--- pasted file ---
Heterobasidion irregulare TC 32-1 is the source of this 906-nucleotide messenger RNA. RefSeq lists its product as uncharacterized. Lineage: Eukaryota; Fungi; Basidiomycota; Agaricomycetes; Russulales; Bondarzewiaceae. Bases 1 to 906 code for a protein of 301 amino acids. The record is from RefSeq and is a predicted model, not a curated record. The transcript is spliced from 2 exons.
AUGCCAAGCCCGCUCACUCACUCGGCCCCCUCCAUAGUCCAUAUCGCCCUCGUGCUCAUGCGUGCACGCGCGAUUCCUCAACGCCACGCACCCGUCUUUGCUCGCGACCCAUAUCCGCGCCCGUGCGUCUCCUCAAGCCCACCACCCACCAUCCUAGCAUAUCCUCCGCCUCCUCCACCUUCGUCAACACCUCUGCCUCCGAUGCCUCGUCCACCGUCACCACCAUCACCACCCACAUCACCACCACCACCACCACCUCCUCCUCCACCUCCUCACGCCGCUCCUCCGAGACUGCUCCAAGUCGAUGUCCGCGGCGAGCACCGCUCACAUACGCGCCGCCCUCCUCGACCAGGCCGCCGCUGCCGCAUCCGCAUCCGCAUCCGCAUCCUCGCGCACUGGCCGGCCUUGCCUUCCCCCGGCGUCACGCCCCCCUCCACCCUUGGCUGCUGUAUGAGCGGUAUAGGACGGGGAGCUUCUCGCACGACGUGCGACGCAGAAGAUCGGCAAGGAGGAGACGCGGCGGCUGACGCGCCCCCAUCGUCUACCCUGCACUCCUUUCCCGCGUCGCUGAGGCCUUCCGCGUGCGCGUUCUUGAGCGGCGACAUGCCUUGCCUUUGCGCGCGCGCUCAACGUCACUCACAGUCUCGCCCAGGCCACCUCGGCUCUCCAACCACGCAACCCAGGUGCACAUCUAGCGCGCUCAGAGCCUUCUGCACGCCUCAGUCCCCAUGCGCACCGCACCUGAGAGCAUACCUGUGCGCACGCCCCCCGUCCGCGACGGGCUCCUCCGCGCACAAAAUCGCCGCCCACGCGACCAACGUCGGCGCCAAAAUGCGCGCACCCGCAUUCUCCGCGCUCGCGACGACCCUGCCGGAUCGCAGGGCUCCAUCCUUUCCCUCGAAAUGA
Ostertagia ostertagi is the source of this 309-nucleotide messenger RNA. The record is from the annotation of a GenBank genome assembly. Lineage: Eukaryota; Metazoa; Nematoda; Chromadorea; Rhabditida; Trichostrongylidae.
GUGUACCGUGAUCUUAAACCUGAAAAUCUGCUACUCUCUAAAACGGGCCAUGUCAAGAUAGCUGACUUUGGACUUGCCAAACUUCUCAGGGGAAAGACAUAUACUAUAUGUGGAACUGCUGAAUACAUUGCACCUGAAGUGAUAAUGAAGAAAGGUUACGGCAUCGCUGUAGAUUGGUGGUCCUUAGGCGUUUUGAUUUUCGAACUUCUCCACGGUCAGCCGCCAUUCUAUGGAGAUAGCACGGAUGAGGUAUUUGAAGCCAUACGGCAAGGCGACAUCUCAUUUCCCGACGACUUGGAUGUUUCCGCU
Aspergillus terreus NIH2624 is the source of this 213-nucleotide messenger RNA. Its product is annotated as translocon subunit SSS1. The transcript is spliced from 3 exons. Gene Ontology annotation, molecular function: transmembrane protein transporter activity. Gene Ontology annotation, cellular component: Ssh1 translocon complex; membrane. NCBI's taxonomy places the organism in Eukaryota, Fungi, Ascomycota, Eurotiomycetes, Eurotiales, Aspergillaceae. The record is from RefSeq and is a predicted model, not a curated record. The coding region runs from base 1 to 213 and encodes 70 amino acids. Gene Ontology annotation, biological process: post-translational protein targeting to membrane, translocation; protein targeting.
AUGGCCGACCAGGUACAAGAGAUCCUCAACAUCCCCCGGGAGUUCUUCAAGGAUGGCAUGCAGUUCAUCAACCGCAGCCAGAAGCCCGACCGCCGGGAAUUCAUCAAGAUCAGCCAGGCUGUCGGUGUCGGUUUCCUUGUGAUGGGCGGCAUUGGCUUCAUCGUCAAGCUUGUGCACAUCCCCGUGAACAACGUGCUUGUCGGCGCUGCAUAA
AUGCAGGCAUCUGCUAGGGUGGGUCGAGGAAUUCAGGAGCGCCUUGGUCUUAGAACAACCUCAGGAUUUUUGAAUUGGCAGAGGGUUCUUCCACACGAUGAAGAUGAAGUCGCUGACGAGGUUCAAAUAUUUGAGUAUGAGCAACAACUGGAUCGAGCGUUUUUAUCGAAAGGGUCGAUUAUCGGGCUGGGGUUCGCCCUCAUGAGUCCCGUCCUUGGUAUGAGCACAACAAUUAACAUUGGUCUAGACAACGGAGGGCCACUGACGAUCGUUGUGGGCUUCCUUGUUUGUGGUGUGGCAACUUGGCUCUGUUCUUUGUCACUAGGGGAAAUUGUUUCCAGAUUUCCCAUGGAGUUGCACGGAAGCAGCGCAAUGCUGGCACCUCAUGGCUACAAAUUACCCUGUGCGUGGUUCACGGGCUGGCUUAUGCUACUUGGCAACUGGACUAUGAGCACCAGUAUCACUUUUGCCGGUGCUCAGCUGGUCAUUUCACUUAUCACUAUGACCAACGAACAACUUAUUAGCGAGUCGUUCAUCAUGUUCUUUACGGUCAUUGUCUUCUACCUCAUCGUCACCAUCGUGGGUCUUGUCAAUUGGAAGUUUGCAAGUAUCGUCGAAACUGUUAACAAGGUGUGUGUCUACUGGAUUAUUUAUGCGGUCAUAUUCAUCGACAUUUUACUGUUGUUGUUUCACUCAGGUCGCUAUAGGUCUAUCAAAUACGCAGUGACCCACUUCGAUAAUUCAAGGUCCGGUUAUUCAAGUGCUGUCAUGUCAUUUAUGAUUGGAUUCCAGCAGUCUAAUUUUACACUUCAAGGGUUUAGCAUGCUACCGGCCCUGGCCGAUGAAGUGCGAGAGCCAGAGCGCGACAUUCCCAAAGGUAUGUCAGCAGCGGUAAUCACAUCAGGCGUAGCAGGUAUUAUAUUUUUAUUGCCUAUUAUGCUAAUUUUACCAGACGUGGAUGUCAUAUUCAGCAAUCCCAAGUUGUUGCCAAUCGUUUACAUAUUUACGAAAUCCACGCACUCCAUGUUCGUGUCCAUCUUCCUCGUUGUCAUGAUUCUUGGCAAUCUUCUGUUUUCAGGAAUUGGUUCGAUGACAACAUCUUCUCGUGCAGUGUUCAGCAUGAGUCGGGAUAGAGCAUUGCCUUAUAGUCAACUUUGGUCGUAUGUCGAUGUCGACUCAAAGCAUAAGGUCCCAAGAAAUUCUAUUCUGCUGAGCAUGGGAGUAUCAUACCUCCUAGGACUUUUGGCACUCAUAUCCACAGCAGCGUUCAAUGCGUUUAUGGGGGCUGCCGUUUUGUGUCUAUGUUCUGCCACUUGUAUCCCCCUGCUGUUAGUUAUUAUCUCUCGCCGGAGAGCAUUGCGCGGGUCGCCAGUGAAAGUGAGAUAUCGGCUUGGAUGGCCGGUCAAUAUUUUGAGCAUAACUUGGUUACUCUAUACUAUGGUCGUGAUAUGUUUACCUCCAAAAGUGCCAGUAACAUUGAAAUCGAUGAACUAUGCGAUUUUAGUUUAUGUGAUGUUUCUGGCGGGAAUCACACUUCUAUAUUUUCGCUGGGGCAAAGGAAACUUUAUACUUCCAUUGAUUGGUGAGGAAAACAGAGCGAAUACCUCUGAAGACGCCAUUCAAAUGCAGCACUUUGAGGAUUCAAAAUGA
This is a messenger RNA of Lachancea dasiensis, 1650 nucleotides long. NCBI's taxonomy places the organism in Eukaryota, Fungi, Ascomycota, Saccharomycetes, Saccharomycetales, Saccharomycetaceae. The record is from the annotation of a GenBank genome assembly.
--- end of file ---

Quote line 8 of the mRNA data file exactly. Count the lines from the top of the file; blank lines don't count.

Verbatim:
This is a messenger RNA of Lachancea dasiensis, 1650 nucleotides long. NCBI's taxonomy places the organism in Eukaryota, Fungi, Ascomycota, Saccharomycetes, Saccharomycetales, Saccharomycetaceae. The record is from the annotation of a GenBank genome assembly.